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The Checklist Manifesto

Atul Gawande
How to Get Things Right

“The volume and complexity of what we know has exceeded our individual ability to deliver its benefits correctly, safely or reliably.” Atul Gawande

At Navigate, we are long-time believers in checklists and documented processes – not only are they a help, they are required for success. As the integration industry becomes increasingly complex how do you ensure that all steps and processes, no matter how big or small, are completed?

The Checklist Manifesto shows that using a checklist is the simplest solution to remembering all the steps necessary to get things right. It’s not only that so many processes today are complex, but the sheer number of tasks most of us have to complete makes it easy to overlook one.

Our favorite part of this book deals with why we don’t like checklists and the resistance so many people have to using them. They can be painstaking. They’re not much fun. But the issue here is not mere laziness or lack of discipline. There’s something deeper, more visceral going on when people walk away from making money.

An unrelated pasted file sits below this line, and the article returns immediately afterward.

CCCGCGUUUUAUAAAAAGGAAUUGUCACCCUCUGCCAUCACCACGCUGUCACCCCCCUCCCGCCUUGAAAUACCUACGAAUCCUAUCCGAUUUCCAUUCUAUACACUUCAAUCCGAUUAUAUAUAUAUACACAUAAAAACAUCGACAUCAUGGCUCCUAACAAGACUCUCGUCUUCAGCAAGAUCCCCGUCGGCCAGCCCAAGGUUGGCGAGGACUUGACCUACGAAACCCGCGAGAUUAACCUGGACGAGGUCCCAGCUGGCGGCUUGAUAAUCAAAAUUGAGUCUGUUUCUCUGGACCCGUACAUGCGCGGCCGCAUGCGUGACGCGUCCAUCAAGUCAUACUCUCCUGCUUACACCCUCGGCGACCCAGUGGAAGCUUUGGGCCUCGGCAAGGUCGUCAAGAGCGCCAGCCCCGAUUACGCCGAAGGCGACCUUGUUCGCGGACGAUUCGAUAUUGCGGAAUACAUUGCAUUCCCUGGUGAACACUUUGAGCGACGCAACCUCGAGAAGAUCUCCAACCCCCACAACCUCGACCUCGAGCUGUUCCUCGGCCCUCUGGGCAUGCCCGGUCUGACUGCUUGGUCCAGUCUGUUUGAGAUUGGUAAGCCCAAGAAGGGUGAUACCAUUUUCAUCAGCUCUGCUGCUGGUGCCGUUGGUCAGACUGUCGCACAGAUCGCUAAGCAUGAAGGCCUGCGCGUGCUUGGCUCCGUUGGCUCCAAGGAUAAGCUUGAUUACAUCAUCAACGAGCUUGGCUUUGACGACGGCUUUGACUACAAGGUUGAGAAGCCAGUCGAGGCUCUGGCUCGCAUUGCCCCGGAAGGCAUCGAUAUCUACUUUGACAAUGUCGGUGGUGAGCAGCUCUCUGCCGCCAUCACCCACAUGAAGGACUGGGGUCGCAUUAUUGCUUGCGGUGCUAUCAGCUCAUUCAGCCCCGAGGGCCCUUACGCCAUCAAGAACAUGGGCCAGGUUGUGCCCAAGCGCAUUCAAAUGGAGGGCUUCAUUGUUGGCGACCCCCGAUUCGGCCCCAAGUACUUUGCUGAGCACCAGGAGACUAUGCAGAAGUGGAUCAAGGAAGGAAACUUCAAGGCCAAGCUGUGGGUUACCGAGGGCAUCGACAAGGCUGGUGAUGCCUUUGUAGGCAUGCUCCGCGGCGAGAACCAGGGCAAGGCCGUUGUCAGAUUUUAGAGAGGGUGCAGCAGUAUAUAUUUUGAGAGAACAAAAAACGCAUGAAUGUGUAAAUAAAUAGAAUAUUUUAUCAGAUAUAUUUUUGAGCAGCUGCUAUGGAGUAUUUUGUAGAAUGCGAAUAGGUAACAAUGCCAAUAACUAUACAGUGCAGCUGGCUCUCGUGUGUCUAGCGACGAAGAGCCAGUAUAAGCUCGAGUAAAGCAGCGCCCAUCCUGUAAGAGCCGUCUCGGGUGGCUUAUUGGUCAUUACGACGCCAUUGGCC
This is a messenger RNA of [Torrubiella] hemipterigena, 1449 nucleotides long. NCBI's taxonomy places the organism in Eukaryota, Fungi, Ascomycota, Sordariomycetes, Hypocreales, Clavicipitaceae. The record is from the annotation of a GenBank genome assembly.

It somehow feels beneath us to use a checklist, an embarrassment. It runs counter to our deeply held beliefs about how the truly great among us – those we aspire to be – handle situations of high stakes and complexity. The truly great are daring. They improvise. They do not have protocols and checklists.

Maybe our idea of heroism needs updating.

Heroism is a common theme in the integration industry. It feels good to be a hero and save the day. But if we reward heroism, aren’t we really rewarding poor planning?


The Checklist Manifesto is Recommended Reading for Navigate Academy Module 30: Monthly Sales and Operations Planning Meetings

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